This open area brought us away from the crowded marketplace and into the streets of Old Cairo. We immediately found ourselves walking through a traffic jam, where a donkey pulling a cart leaned its head into the back of a honking Nissan truck. In one shop, a man made cast iron skillets, while next door another man wove baskets. Almost every shop, emptied of patrons, boasted beautiful handmade items – from intricate wooden chairs to walking sticks. I saw just one store that was full of people – this store had enormous sacks brimming with spices and herbs – ginger, cumin, hibiscus, mint. We stopped at a small grocery store for a drink and had to stay there with our glass pop bottles until we finished and could return them, and, as we sipped, we surveyed the place. Out on the street, the donkey still leaned its head against the Nissan, and horns continued to honk. On the way back to the main thoroughfare where we would catch a taxi home and pick up some roasted corn, I witnessed a man leaping onto the hood of a moving, honking car. Ahmed and J were ahead of me, and they didn’t hear me gasp. They also didn’t see the driver of the car laughing, or the man on the hood guffawing, nor the man who made cast iron skillets chuckling and shaking his head.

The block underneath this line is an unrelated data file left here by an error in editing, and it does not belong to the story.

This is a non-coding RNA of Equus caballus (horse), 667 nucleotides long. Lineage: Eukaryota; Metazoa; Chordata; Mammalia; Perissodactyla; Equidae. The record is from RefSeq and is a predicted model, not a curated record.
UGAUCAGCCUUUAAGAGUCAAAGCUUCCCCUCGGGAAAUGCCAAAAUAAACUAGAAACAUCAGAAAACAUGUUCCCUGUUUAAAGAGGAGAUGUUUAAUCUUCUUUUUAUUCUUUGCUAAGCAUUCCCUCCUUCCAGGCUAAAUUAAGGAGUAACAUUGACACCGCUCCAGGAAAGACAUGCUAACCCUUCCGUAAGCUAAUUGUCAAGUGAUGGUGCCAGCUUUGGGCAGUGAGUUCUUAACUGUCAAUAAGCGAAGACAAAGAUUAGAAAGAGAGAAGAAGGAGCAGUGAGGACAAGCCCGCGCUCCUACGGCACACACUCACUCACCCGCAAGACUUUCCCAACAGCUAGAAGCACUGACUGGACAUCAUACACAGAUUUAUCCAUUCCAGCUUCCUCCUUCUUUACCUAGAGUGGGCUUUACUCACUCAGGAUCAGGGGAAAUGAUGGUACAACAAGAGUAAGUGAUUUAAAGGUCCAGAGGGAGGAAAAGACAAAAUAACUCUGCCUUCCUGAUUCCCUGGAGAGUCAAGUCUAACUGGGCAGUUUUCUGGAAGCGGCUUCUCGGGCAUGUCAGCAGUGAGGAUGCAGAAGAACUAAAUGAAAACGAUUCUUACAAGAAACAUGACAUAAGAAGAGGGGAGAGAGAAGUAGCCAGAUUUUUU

2 comments:

moonlight ambulette said...

i wonder how the midwest will strike you now, having been in the bright, dusty, noisy chaos of Cairo for so long. do tell!

Mandy said...

The cleanliness and ubiquitousness of American public restrooms - that's one thing that strikes me - not poetic, but true.